ESKI MOSUL, Iraq — When the Islamic State fighters burst into the Iraqi village of Eski Mosul, Sheikh Abdullah Ibrahim knew his wife was in trouble.
Buthaina Ibrahim was an outspoken human rights advocate who had once run for the provincial council in Mosul. The IS fighters demanded she apply for a “repentance card.”
Under the rule of the extremist group, all former police officers, soldiers and people whose activities are deemed “heretical” must sign the card and carry it with them at all times.
“She said she’d never stoop so low,” her husband said. Buthaina Ibrahim was an outlier in her defiance of the Islamic State. It would cost her dearly.
The “caliphate,” declared a year ago, demands obedience. Untold numbers have been killed because they were deemed dangerous to the IS, or insufficiently pious; 5-8 million endure a regime that has swiftly turned their world upside down, extending its control into every corner of life to enforce its own radical interpretation of Islamic law, or Shariah.
The Islamic State is a place where men douse themselves with cologne to hide the odor of forbidden cigarettes; where taxi drivers or motorists usually play the IS radio station, since music can get a driver 10 lashes; where women must be entirely covered, in black, and in flat-soled shoes; where shops must close during Muslim prayers, and everyone found outdoors must attend.
There is no safe way out. People vanish — their disappearance sometimes explained by an uninformative death certificate, or worse, a video of their beheading.
“People hate them, but they’ve despaired, and they don’t see anyone supporting them if they rise up,” said a 28-year-old Syrian who asked to be identified only by the nickname he uses in political activism, Adnan, in order to protect his family, which still lives under IS rule. “People feel that nobody is with them.”
The Associated Press interviewed more than 20 Iraqis and Syrians describing life under the group’s rule. One AP team travelled to Eski Mosul, a village on a bend in the Tigris River north of Mosul where residents emerged from nearly seven months under IS rule after Kurdish fighters drove the extremists out in January. IS forces remain dug in only a few miles away, so close that smoke is visible from fighting on the front lines.
Another AP team travelled to the Turkish border cities of Gaziantep and Sanliurfa, refuges for Syrians who have fled IS territory.
The picture they paint suggests the Islamic State’s “caliphate” has evolved into an entrenched pseudo-state, based on a bureaucracy of terror.
Interviewees provided AP with some documents produced by the IS ruling machine — repentance cards, lists inventorying weapons held by local fighters, leaflets detailing rules of women’s dress, detailed forms for applying for permission to travel outside IS territory. All emblazoned with the IS black banner and logo “Caliphate in the path of the prophet.”
Adnan described the transformation that the Syrian city of Raqqa underwent after the Islamic State took it over in January 2014. At the time, he fled, but after a few months of missing his family, the 28-year-old returned to see if he could endure life under the extremists. He lasted for almost a year in the city, now the IS de facto capital. He spoke to AP in the Turkish border town of Gaziantep.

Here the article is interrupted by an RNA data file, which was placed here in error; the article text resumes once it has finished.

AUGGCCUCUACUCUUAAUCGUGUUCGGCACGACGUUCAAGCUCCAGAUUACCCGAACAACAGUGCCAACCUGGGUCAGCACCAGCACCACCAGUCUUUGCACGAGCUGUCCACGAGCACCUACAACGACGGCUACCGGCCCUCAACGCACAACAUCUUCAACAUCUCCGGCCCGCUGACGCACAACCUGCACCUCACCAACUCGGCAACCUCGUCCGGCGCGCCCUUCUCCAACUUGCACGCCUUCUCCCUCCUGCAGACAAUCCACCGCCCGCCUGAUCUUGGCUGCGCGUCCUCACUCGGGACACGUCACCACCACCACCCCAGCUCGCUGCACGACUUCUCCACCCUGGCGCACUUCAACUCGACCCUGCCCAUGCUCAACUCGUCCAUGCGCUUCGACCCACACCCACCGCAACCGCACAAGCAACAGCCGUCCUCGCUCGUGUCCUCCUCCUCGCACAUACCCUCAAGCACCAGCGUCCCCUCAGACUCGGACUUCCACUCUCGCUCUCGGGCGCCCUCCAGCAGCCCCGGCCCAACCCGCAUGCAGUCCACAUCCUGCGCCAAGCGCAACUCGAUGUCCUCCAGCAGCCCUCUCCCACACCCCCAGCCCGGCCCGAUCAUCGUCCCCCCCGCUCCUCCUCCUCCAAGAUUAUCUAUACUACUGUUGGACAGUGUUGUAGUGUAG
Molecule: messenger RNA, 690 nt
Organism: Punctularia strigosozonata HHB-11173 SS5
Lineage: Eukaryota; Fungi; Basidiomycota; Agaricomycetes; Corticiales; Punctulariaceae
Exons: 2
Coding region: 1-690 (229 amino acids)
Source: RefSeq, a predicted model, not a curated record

The once colorful, cosmopolitan Syrian provincial capital has been transformed, he said. Now, women covered head to toe in black scurried quickly to markets before rushing home. Families often didn’t leave home to avoid any contact with the “Hisba” committees, the dreaded enforcers of the innumerable IS regulations.
IS fighters turned a soccer stadium into a prison and interrogation center, known as “Point 11.” The city’s central square was referred to by residents as “Jaheem” Square — Hell Square, an execution site where Adnan said he saw the corpses of three men left dangling for days as a warning.
Armed members of the Hisba patrolled the streets, cruising in SUVs and wearing Afghan-style baggy pants and long shirts. They sniffed people for the odor of cigarettes, and chastised women they considered improperly covered or men who wore Western clothes or hair styles. Adnan said he once was dealt 10 lashes for playing music in his car.
In this world, the outspoken Buthaina Ibrahim was clearly in danger. The sheikh tried to save his wife, sending her away to safety, but she soon returned, missing their three daughters and two sons, he said. In early October, the militants surrounded the house and dragged her away.
Not long after, Ibrahim received the death certificate. A simple sheet of paper from an “Islamic court” with a judge’s signature, it said only that Buthaina’s death was verified, nothing more. He has no idea where her body is.
Delivery from IS came to Eski Mosul at the hands of Kurdish fighters. Amid the joy over liberation, many residents discarded documents from the Islamic State.
But Ibrahim is keeping the death certificate as a connection to his wife, “because it has her name on it.”
A former soldier in the village, Salim Ahmed, said he is keeping his repentance card. IS might be gone, but the fear it instilled in him is not.
“We live very close to their front line,” he said. “One day, they might come back and ask me for my repentance card again.”
(ZEINA KARAM, VIVIAN SALAMA, BRAM JANSSEN, and LEE KEATH)